Local breweries key to thriving communities

By Gary Lloyd

- Last updated on GMT

Event day: SIBA’s new report will be officially launched at Beer X in Liverpool
Event day: SIBA’s new report will be officially launched at Beer X in Liverpool

Related tags Craft beer Cask ale Cellar management Social responsibility

Communities are given a positive boost if a local independent brewery is operated well say 80% of people, according to a new report published today (Thursday 16 March).

The data has also revealed more people than ever are discovering their local brewery bar or taproom and the spirit of togetherness is shared by 98% of brewers surveyed who consider the local community to be important to them.

The SIBA Craft Beer Report 2023​ features new brewery survey data, industry analysis and commentary, as well specially commissioned consumer research via YouGov.

The Society of Independent Brewers (SIBA) chief executive Andy Slee said: “Our members’ sales footprint has transformed over recent years as brewers look to meet the growing local demand for quality independent craft beer.”

Sales direct to customers

He continued: “More than a quarter of independent brewer sales are now direct to consumers, with over 40% now running their own bar or taproom as well as seeing an increased trend in online sales.”

The report also highlights the challenges the industry is facing and provides a post-Covid health check for a struggling on-trade with beer sales via pubs yet to recover to previous levels.

“Beer sales are still well short of pre-pandemic levels, thanks to the stuttering recovery of the nation’s pubs and the pressures on people’s spending from the cost-of-living crisis,” Slee added.

Global control

The report shows pub visits fell sharply in the past 12 months with 20% of the population not visiting a pub at all – traditionally a critical outlet for local beers and independent breweries.

Access to pubs is also cited as a challenge for small brewers with global companies continuing to control the nation’s beer taps according to the report, which added small independent breweries lead the way in innovation yet they only account for 6% of the UK beer market.

Slee said: “It’s vital small independent breweries are able to deliver the beers the research clearly shows are in-demand, whether that’s via their own taprooms and shops or via the vital pub trade.”

The SIBA Craft Beer Report 2023 will be officially launched today (16 March 2023) at beer and brewing trade event BeerX UK in Liverpool.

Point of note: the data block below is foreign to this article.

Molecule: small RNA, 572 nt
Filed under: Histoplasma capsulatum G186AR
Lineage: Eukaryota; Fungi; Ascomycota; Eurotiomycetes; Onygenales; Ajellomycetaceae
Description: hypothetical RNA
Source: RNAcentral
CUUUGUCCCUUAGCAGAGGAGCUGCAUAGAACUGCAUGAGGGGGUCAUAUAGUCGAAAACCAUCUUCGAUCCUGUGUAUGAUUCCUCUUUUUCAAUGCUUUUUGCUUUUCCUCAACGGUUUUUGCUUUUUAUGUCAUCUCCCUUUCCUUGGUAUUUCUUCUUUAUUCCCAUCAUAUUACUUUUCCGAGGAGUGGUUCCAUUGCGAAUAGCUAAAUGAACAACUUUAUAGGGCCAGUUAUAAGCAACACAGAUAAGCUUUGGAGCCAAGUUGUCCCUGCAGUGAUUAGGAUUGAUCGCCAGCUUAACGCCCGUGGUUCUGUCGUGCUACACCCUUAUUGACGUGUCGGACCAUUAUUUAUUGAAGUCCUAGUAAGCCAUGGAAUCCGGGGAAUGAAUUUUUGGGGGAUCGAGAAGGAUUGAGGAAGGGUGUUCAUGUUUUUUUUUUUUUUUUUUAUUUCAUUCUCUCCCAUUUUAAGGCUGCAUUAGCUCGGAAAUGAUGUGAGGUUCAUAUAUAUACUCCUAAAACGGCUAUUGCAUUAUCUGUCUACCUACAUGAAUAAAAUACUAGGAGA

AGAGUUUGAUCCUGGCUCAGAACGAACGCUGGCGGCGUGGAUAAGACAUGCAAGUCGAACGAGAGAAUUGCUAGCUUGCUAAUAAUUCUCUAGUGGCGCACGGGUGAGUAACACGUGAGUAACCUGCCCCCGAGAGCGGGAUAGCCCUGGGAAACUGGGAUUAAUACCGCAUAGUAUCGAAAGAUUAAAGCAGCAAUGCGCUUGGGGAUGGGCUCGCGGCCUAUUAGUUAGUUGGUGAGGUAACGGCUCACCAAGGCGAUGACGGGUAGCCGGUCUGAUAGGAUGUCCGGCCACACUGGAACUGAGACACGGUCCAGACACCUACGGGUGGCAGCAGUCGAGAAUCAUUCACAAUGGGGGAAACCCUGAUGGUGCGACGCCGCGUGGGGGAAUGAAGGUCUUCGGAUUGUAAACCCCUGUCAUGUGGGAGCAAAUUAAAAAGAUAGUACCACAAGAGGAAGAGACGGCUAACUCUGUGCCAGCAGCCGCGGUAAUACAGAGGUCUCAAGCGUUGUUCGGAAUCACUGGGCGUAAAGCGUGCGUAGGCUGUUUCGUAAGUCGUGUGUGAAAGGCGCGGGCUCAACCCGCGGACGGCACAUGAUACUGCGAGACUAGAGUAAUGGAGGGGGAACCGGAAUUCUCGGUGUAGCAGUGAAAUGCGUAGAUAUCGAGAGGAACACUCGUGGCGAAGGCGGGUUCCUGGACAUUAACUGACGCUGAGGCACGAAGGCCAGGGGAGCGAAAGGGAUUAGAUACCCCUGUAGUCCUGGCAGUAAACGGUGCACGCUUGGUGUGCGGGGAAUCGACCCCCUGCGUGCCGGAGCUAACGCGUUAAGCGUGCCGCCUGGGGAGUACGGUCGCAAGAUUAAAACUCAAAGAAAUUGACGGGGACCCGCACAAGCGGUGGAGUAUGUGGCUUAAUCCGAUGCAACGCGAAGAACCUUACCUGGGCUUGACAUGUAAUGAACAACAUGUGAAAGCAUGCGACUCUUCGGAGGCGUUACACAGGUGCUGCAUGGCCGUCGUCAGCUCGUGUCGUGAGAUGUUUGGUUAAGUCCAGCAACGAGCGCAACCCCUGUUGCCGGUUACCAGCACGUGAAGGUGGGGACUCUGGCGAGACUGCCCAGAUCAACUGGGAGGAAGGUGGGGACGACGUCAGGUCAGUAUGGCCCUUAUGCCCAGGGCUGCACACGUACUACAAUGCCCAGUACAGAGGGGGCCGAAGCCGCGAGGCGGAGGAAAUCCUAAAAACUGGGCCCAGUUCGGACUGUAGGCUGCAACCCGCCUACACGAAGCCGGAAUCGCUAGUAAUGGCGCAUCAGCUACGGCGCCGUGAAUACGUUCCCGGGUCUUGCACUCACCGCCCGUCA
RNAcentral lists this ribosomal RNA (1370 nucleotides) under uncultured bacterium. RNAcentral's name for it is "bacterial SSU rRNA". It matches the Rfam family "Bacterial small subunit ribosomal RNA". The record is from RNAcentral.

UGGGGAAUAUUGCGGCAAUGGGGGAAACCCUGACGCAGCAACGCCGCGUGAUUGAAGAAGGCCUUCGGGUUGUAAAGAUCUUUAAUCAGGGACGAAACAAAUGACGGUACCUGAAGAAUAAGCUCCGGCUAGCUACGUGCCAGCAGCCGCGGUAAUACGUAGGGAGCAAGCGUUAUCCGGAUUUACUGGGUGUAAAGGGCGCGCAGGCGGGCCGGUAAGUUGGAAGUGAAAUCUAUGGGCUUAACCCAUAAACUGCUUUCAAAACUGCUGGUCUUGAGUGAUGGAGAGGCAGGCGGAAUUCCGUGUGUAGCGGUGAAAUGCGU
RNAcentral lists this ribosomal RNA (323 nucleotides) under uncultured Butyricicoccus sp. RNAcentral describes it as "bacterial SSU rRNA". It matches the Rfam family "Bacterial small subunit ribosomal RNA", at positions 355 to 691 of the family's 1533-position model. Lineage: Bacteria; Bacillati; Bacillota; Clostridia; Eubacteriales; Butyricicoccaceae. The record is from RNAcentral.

1. A sale direct to consumers, whether by pub, bar, website or taproom, is the most profitable route for most brewers. These sales seem to be growing fastest with over a quarter of all output now sold through these channels.

1. SIBA member breweries saw average production recover further in 2022, after the devastating impact of the pandemic in 2020, but it remains 11% below 2019 levels.

2. Cask beer is a fresh, hand-crafted product, sold in reusable containers, often in local communities. SIBA members appear to be leading cask beer recovery.

2. Brewers were only able to increase their prices by 2%, which represents a real-term fall in prices in an environment of double digit inflation.

3. A growing number of consumers believe genuine craft beer should be produced by an independent brewery. Only 3% believe it can be made by a global brewer.

3. There has been a significant fall in the overall number of consumers drinking beer, especially among women, and more than a fifth of consumers say they no longer drink any alcohol.

4. Nine out of 10 SIBA members would recommend SIBA membership to a friend, which presents SIBA with a huge opportunity given we still represent less than half of all registered independent brewers.

4. Pub visits fell sharply with more than a fifth of all consumers not visiting a pub in the past 12 months. This means broadening routes to market is essential for brewery survival.

5. Independent brewers are local heroes. Eight out of 10 consumers say a well-run independent brewery has a positive effect on its local community, and 98% of SIBA brewers consider their local community to be important to them. Two thirds of SIBA brewers are planning to grow this year.

5. The craft beer sector is still failing to make in-roads on the issue of inclusion and diversity with a continued and very significant over-representation of white males in the workforce.


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